Have you heard of then expression “above the fold”?
In print terms it is what is seen on the front page of newspaper that is folded in half – the branding, the headline and most likely an eye-catching photograph.
In website terms, it is what you can see as soon as you visit a site, without having to scroll down. Given that the average visitor will only give a website 3 seconds to impress them, it is essential that you grab their attention straight away with the content that is “above the fold”.
- The logo – your brand is important. And it should be the first thing they see!
- Navigation – should be clear to the visitor how they can find the exact information they require
- Headline – just as in the print world, a headline is super-important on a website. It should be a clear message conveying what the website is about and it should encourage the visitor to look deeper into the site.
- CALL TO ACTION – strangely, this is probably the most overlooked aspect of websites for SMEs that I have encountered! You visit the page, love the content, want to contact the company to either make a purchase, or hire them… And you can’t find their contact details! One of the largest complaints about websites is how difficult it can be to find contact details!
OK, let’s now assume that you have everything in place above the the fold. What else do you need to know?
IS YOUR SITE MOBILE-READY?
This is HUGE. With 80% of local website traffic coming from mobile devices, is your website viewable on mobiles and tablets? f course it is, you might say. But is it readable. How often do you visit a website on your smart-phone and have to squeeze and zoom to read what’s on there? If that’s your site, guess what. People will not give it the time of day. Oh, and they probably wont find it in thne first place anyway. As of April 21, 2015, Google began rolling out their “Mice” update. Effectively, any site that wasn’t ready for mobile would NOT show in the search results performed on mobile devices. So these sites could be missing out on thousands of visitors, and potential business.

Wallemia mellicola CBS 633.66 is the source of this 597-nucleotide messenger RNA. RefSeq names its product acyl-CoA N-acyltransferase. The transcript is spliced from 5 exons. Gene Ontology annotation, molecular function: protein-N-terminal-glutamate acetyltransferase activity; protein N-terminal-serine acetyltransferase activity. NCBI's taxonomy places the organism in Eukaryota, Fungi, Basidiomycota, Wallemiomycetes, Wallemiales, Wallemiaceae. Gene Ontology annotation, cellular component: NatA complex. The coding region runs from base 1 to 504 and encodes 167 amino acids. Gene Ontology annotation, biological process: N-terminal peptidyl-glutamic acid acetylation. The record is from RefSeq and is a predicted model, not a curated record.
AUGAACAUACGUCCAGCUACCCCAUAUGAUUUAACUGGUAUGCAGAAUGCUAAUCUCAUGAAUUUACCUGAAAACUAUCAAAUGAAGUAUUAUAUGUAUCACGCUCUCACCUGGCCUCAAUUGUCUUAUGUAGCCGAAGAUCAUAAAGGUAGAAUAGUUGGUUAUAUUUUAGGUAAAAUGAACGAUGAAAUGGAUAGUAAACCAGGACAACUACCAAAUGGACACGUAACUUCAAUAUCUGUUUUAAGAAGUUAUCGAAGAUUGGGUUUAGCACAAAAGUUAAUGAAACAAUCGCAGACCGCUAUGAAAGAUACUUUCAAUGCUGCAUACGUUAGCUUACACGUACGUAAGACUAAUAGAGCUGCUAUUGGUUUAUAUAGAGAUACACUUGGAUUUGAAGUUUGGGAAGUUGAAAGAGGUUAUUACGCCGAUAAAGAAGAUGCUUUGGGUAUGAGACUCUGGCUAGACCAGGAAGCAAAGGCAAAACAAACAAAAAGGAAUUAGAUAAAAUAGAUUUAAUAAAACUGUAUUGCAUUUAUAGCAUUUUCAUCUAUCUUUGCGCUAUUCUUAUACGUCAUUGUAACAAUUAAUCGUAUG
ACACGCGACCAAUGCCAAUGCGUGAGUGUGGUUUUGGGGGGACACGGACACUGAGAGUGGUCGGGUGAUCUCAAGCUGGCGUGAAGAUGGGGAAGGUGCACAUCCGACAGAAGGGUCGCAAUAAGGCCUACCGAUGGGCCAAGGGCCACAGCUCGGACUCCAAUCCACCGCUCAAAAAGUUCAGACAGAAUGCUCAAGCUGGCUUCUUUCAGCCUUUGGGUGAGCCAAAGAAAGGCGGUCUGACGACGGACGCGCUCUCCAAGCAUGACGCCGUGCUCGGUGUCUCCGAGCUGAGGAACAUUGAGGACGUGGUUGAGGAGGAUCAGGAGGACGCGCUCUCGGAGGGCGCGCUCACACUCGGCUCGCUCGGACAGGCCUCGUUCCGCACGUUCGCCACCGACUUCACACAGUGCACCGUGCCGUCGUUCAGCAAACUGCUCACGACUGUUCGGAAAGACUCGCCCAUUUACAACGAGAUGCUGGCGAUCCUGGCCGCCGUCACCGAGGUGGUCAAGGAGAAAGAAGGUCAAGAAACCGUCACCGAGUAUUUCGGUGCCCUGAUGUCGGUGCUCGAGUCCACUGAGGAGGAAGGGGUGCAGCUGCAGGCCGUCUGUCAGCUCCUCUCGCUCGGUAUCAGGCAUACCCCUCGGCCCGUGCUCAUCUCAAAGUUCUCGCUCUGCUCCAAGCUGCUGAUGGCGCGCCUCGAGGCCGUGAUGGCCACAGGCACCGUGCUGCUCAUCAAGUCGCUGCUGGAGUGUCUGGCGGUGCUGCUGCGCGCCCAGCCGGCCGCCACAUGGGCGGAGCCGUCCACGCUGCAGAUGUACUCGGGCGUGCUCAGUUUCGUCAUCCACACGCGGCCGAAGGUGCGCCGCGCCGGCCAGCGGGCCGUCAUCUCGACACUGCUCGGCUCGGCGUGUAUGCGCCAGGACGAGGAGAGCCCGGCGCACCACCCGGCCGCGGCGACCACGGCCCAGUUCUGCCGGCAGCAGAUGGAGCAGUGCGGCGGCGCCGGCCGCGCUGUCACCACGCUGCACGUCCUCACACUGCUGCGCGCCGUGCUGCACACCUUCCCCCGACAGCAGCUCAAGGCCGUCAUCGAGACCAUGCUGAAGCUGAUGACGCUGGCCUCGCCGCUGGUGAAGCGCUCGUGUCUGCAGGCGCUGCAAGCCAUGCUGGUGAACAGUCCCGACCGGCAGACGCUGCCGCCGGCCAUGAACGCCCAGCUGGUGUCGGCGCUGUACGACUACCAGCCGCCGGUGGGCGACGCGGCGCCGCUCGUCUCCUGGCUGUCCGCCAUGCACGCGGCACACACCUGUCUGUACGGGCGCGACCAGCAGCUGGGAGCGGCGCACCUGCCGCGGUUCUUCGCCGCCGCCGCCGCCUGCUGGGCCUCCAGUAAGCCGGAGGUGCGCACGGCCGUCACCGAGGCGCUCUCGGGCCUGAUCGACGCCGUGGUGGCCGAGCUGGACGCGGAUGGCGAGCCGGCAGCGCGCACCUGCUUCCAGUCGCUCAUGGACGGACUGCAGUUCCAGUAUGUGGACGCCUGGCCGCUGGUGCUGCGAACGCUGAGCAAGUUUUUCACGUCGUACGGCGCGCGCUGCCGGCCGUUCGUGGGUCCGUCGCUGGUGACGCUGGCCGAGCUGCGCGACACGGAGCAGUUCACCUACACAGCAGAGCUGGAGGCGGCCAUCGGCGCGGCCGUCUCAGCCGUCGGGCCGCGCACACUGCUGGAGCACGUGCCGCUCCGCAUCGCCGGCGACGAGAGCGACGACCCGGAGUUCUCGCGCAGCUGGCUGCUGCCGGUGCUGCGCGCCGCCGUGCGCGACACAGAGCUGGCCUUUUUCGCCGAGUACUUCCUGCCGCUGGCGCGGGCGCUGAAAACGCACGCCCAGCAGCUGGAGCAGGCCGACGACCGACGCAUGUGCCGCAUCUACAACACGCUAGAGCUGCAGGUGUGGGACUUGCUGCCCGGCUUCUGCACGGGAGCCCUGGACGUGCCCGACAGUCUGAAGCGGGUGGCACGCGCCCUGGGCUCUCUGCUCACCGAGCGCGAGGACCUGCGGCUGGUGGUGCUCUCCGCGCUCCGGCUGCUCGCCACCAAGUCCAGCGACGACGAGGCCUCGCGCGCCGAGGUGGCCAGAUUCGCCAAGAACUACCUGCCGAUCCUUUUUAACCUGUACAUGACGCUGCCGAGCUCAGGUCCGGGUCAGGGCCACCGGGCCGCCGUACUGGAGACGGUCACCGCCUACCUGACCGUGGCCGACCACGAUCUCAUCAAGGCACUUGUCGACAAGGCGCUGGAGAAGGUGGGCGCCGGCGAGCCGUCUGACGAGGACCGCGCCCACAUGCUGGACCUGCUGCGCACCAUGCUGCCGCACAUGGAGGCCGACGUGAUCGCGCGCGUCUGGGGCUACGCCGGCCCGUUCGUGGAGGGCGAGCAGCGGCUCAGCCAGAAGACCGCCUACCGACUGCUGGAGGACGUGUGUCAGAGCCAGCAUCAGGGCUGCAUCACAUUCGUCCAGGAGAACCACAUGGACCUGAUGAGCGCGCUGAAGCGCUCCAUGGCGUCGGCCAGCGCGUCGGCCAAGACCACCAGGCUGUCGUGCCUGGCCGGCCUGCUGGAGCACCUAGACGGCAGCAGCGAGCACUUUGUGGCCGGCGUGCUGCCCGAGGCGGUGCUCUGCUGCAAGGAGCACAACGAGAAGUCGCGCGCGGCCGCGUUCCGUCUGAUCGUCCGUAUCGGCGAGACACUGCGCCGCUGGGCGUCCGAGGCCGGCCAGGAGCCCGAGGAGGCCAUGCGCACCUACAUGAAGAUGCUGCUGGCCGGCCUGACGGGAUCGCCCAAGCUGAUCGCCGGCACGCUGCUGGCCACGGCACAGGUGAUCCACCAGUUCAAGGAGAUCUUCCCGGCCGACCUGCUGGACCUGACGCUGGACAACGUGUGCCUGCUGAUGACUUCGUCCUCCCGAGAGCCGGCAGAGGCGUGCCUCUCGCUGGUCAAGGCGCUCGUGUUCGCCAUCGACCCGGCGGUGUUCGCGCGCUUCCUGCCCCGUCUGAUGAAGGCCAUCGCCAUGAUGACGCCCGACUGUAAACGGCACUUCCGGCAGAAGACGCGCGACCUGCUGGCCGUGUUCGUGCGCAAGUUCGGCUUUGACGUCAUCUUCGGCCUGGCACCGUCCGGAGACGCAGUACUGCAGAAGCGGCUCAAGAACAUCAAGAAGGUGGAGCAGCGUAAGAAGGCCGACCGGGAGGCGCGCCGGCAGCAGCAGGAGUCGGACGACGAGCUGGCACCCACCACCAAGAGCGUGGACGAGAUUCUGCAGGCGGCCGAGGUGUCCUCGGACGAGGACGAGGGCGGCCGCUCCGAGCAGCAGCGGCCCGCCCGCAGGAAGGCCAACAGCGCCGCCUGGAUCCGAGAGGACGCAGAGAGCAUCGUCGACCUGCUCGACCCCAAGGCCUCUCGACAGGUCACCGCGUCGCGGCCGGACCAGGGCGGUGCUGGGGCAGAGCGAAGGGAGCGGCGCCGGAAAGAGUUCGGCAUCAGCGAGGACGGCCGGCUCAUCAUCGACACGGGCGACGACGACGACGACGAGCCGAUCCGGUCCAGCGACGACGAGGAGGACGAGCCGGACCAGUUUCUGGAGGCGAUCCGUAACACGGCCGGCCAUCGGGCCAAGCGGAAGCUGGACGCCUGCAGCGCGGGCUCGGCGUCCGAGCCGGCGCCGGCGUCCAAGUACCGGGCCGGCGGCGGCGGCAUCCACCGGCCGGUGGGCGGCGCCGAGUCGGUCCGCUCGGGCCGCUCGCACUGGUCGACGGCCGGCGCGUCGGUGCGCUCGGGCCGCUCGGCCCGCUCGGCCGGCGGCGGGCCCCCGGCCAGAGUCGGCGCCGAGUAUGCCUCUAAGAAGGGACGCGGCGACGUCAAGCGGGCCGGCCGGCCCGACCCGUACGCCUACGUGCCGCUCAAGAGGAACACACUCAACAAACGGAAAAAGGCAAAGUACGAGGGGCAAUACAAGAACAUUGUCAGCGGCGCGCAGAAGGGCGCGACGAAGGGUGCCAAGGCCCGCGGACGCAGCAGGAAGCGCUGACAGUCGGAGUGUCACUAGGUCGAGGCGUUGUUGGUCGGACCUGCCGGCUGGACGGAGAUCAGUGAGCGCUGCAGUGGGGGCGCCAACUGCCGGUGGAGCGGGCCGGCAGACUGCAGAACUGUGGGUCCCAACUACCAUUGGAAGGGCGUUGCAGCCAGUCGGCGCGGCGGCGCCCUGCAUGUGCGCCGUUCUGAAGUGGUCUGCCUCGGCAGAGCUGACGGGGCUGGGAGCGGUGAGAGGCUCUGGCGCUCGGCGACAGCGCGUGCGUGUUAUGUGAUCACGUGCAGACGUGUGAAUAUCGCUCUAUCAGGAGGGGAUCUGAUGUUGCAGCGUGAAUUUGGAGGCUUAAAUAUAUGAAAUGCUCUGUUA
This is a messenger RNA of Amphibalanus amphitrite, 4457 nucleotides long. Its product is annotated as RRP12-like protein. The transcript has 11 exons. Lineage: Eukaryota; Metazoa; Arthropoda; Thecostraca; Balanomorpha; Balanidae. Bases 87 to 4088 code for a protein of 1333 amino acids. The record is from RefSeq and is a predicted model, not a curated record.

There are two options really. Firstly, you could have a separate site for mobile devices that would automatically be displayed when viewed on mobiles. A little coding on the site recognises the device being used to view the site and it automatically delivers the correct version of the website. This has its limitations since it would generally mean that you need to maintain 2 websites. You desktop site and thne mobile site.
The other option is to make your website mobile-responsive. This basically means that the site is in a readable format, and will resize and rearrange according to the device used.
WHAT HAPPENS WHEN VISITORS LEAVE YOUR WEBSITE?
It sounds a bit daft, but have you considered what happens to visitors once they leave your website? The answer is pretty simple really. Normally they will forget everything they know about your business, never come back, and more than likely take their business somewhere else. It sounds terrible, but that is the harsh reality!
So what can you do to make sure that doesn’t happen?
COLLECT THEIR DETAILS!
It’s well known in sales that you generally need 7 “touches” before you convert a cold prospect into a buyer. And it’s the same with buying online. So, collect contact details of as many visitors as possible and keep in touch with them. in this day and age, it is simple to offer a free gift, or bit of advice, or quote in return for an email address. It is also simple to set up a sequence of emails to send the visitor over a period of a few days or weeks. And that keep you at the forefront of their mind and encourages them to return to your website and/or hire you!
DOES ANYONE ACTUALLY VISIT YOUR WEBSITE, AND HOW DO YOU MEASURE THE TRAFFIC?
OK, so you’ve got the perfect website. It looks lovely on all devices, it has calls to action, you have a mechanism in place to collect email addresses and phone numbers, the navigation is clear. In fact it’s the perfect looking website!